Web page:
These guys (they make Hangar 1 vodka) are up in Alameda, CA, and they’ve been making this excellent single-malt American whiskey for 10 years now. The Lot 10 bottling, which I got to try tonight at K&L’s Wednesday Whisky tastings, is going fast and will soon be replaced with a new (and slightly different) Lot 11.
St. George makes single Malt from a Sierra Nevada-made wash (beer) which is crafted from malted barley – some beechwood smoked, some roasted to ‘chocolate malt’ level. Aged between 4 and 13 years (average 10 years), Lot 10 is vatted from 17 barrels of single malt. It was aged in a combination of first- and second-fill ex-bourbon casks, with a proportion of sherry and port casks as well. Each lot is different, with a strategic blending using the best combination of components available at the time. The team at St. George tries to aim for “positive inconsistency” (their term) between batches – meaning they maintain a brand style, without adhering necessarily to a static flavor profile. This gives them the latitude to experiment, while still producing a consistently high-quality whiskey.
(Update: Lot 17 reviewed here.)
Nose: Dried mango. Perfumey vanilla and a few assorted botanicals. Juniper berry or pine? Clove and light chocolate or coffee notes. Eclectic, but nuanced and not muddied.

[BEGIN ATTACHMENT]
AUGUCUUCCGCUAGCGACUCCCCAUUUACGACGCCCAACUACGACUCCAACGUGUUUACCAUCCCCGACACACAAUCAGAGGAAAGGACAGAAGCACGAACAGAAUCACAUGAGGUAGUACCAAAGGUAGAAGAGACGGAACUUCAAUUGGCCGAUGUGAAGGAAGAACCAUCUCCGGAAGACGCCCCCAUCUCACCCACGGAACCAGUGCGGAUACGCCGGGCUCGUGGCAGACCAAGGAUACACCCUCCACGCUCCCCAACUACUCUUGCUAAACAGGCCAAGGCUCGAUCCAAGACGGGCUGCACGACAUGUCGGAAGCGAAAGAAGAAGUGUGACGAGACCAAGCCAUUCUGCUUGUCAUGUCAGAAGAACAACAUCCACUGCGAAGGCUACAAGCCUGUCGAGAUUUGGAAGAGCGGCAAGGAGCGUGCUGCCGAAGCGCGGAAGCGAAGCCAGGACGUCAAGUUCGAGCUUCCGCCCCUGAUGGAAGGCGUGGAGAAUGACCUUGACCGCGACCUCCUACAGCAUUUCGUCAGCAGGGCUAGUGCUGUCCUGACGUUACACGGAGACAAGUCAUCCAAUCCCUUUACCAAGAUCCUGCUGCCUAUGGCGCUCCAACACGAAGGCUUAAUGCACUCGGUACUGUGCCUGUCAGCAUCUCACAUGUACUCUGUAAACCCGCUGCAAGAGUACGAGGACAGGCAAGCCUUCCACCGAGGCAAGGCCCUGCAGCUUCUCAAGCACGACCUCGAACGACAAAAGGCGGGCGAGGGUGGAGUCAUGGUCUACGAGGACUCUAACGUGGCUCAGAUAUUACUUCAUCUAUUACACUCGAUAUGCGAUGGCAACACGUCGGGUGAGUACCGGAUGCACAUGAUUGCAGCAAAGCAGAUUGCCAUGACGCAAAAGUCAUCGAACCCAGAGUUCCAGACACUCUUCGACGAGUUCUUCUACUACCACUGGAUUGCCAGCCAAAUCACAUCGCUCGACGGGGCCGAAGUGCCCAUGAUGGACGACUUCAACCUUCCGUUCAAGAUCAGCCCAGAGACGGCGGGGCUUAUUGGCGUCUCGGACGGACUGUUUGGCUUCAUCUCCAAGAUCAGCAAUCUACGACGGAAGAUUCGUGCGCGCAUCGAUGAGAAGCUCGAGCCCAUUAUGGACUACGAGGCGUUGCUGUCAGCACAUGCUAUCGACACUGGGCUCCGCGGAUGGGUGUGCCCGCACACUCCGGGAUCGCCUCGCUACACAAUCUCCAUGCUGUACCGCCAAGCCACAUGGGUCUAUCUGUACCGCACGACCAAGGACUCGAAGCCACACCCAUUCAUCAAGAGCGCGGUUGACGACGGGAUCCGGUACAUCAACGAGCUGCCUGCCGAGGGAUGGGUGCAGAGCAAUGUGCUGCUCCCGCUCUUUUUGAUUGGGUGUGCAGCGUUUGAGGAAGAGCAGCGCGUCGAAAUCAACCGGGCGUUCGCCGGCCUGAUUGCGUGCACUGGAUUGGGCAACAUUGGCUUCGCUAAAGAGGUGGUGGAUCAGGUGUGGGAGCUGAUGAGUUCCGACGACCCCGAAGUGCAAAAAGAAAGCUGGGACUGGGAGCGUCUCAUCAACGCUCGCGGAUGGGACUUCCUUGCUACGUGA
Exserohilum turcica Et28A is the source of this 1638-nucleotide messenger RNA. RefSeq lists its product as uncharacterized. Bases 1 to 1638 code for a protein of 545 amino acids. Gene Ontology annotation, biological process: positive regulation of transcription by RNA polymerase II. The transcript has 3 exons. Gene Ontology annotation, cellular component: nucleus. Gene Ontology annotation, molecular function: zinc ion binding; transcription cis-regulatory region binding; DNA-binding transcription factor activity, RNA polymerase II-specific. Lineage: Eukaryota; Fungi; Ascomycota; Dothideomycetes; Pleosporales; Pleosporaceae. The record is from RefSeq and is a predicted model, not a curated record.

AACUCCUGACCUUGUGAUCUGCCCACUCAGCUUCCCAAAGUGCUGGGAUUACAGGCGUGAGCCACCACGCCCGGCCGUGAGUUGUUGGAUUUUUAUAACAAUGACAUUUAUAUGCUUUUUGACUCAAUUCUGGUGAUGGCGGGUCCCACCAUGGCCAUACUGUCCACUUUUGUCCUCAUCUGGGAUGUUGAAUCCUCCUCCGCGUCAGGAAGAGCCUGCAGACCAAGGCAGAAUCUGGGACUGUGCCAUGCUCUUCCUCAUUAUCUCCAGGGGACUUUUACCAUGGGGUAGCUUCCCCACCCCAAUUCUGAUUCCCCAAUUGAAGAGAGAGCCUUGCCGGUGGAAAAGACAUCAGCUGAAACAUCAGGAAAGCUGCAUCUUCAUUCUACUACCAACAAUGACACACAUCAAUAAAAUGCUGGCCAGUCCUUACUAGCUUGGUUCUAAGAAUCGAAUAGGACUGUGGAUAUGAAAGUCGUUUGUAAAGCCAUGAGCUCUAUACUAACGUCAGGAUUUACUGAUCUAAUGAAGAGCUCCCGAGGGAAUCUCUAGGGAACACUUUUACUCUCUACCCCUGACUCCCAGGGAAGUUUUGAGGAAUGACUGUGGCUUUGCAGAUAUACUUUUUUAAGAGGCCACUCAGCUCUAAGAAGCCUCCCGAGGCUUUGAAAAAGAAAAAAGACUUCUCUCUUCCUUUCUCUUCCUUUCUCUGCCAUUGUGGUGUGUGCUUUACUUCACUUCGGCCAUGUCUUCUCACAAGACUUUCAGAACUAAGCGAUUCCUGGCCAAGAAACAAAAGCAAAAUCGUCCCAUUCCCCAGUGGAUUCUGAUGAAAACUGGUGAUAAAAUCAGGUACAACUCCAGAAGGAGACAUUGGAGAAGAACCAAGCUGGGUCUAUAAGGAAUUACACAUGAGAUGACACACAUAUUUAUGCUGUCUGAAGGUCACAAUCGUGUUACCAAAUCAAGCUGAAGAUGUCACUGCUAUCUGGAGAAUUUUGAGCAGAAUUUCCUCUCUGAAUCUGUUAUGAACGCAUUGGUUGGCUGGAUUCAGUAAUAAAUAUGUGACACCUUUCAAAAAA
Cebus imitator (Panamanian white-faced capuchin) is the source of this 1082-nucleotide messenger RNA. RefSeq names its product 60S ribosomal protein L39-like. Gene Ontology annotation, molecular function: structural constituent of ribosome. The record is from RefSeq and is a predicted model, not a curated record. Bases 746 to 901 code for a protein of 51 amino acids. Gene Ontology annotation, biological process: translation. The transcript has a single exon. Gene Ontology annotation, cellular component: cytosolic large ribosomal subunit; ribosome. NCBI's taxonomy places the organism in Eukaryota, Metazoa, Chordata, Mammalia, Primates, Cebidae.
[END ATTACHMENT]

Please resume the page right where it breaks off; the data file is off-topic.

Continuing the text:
Palate: A wave of chocolate up front, with a creamy mouth feel. A clear, crisp cereal character emerges, showcasing the excellent barley. The various cask influences take second stage to the clarity of the barley flavor. Yum.
Finish: Medium-length, and a bit bourbonny, with more vanilla and caramel, but a whisper of orange peel and – yay! – no bitterness detected. Trails off with dark chocolate.
Overall: Very tasty malt, unlike anything else in style, although it seems similar (to me) to an American rye. The influence of the bourbon casks is clear, but the malt character asserts itself continually. A little fruit, a little spice, and a lot of chocolate make this an intriguing dram with a lot to discover, and no obvious faults. If you’d like to support American craft distillation, pick up a bottle of the lot 10 before it disappears – there are rumors of a price increase with lot 11 (along with new packaging) to offset the scarcity of older stock and keep pace with demand. Of course, the lot 11 will also show more sherry character, as it’s vatted from a larger proportion of ex-sherry casks. Decisions!
St. George, which also makes eaus de vie, absinthe, and other spirits is located in Alameda, CA, and provides tours on Saturday and Sunday (but go on Sunday, as it’s less crowded).